When there weren't many people out there with an interest in or hands on aptitude with computer systems, people with my skillsets were in high demand. In the small business sector, where companies can't afford separate DBAs, system admins, network engineers and so on, I fit in quite well. In the corporate world, I can't even get a job interview because they are looking for individuals who are highly focused on a single aspect of the overall network. The same thing holds true for developers.

    "Back in the day", being able to write code to get the job done was a mystical science for management types. Skilled coders were in short supply, so people who could hack programs together were employable. In this day and age, anybody can go to any number of colleges or trade schools and learn how to write decent code. Anybody can go to college or trade school and get an MCSE, or a CCIE, or any number of system/network specific certifications. Managers and employers want known quantities. They want developers who are going to deliver predictable code. They want system admins who are going to follow industry best practices.

    The technology industry has grown up. We aren't in the days of "Just make it work" anymore. We're in the days of refining how things work. Best practices have been established. Frameworks for doing things have been established. Companies are just looking for people who can "Make application X do A and B." reliably.

  • Horse Pucky (Score:5, Interesting)

    by Greyfox (87712) on Monday June 29, 2009 @04:00PM (#28519727) Homepage Journal
    There are just a bunch of really bad programmers out there. Degrees and nationality are largely irrelevant to skill at it. Don't blame "kids these days" or whatever because you're not good at filtering out the bad ones. It's not particularly difficult to spot the good ones, they're pretty enthusiastic about the questions you ask them and the problems you give them when you're interviewing.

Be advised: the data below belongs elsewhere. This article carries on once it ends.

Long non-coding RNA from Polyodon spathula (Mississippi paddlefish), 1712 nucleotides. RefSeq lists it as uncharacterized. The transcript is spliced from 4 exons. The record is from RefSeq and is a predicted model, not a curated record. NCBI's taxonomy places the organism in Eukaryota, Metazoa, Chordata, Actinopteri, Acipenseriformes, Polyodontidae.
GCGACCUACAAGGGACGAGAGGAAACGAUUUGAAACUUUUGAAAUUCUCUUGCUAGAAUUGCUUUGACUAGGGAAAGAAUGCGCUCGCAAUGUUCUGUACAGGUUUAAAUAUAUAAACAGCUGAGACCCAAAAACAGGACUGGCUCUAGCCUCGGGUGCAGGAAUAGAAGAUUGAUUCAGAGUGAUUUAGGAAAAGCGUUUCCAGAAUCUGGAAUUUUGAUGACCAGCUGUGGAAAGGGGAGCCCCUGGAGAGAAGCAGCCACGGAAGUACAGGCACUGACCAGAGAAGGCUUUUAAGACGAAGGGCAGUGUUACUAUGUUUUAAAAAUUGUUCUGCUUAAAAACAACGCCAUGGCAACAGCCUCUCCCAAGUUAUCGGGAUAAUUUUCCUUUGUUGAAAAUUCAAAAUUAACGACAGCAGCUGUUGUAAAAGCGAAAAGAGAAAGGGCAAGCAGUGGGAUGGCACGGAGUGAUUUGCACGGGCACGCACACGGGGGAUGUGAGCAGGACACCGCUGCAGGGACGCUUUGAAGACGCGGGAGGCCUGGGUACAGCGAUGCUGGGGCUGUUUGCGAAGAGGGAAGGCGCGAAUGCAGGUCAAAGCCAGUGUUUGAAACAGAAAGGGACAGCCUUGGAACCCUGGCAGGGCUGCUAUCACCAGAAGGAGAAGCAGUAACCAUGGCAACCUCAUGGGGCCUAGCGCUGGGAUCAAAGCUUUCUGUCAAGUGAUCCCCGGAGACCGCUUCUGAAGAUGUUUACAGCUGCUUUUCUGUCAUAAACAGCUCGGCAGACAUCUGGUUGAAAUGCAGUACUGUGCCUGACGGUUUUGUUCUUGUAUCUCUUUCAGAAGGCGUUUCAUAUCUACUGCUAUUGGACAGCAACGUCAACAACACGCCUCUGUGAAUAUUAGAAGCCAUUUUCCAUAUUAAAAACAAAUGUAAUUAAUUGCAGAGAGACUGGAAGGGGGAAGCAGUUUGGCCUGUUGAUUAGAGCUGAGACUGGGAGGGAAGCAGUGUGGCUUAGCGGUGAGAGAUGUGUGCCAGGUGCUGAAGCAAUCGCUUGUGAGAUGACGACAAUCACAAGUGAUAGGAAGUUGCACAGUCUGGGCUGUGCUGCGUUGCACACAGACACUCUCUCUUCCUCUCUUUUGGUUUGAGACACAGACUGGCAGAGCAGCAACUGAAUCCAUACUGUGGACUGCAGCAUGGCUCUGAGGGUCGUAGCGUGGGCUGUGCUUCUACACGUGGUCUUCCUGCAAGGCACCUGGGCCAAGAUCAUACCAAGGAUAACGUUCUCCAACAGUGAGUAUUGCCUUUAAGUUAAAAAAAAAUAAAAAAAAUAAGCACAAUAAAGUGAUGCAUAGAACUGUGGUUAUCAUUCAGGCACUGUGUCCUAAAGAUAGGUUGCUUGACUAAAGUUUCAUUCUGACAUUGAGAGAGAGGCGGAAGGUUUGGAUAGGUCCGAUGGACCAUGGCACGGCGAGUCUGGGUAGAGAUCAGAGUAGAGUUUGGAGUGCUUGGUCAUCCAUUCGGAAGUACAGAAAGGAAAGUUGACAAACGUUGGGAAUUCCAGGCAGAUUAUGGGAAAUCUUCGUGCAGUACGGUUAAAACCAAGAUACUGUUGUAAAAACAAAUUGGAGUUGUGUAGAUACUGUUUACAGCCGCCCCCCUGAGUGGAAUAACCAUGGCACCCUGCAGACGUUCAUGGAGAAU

• software engineering (Score:3, Interesting)

    by Deanalator (806515) <pierce403@gmail.com> on Monday June 29, 2009 @04:02PM (#28519759) Homepage

    "...there may be wisdom in offering a new kind of computer engineering degree targeted toward the student who is more interested in succeeding in industry than exploring computing theory."

    Which is why many universities offer software engineering degrees as a more practical alternative to computer science degrees. Software engineering degrees were offered at many of the schools I was looking at back when I started my undergrad in 2002. I was actually annoyed at how many software engineering classes my university crammed into my computer science curriculum since I had no intention of becoming a cube monkey.

  • by cromar (1103585) on Monday June 29, 2009 @04:06PM (#28519825)

    are we 'too in love with the hacker ideal of the 1980s to produce programmers who are truly prepared for today's real-life business environment?'"

    If only we were more in love! The thing is... the "cowboys" who can't shoot straight (e.g. write scalable, maintainable code) aren't real hackers anyway. It's a lot easier to be able to bang something together with glue and nails than it is to truly hack development. Any responsible hacker is going to know all about best practices, when to break them, and when to find new ones. There is beauty in simplicity as well as in obscure complexity. Whatever. Let the next generation all take classes in SharePoint or some crap like that and the good programmers among us may have even better job security than we had hoped for!

  • by Anonymous Coward on Monday June 29, 2009 @04:13PM (#28519951)

    It's not that it can't be taught - it just takes much more time and patience to teach. With any business, time == money.

    Where I work, we hire for creativity. The programming skills come second as they are much easier to teach (and practice) on the job.
    Of course, most of what we produce is highly visual. So it's a good thing to have a heavy creative tilt.

  • Cowboy Up. (Score:5, Interesting)

    by SoupIsGood Food (1179) on Monday June 29, 2009 @04:27PM (#28520189)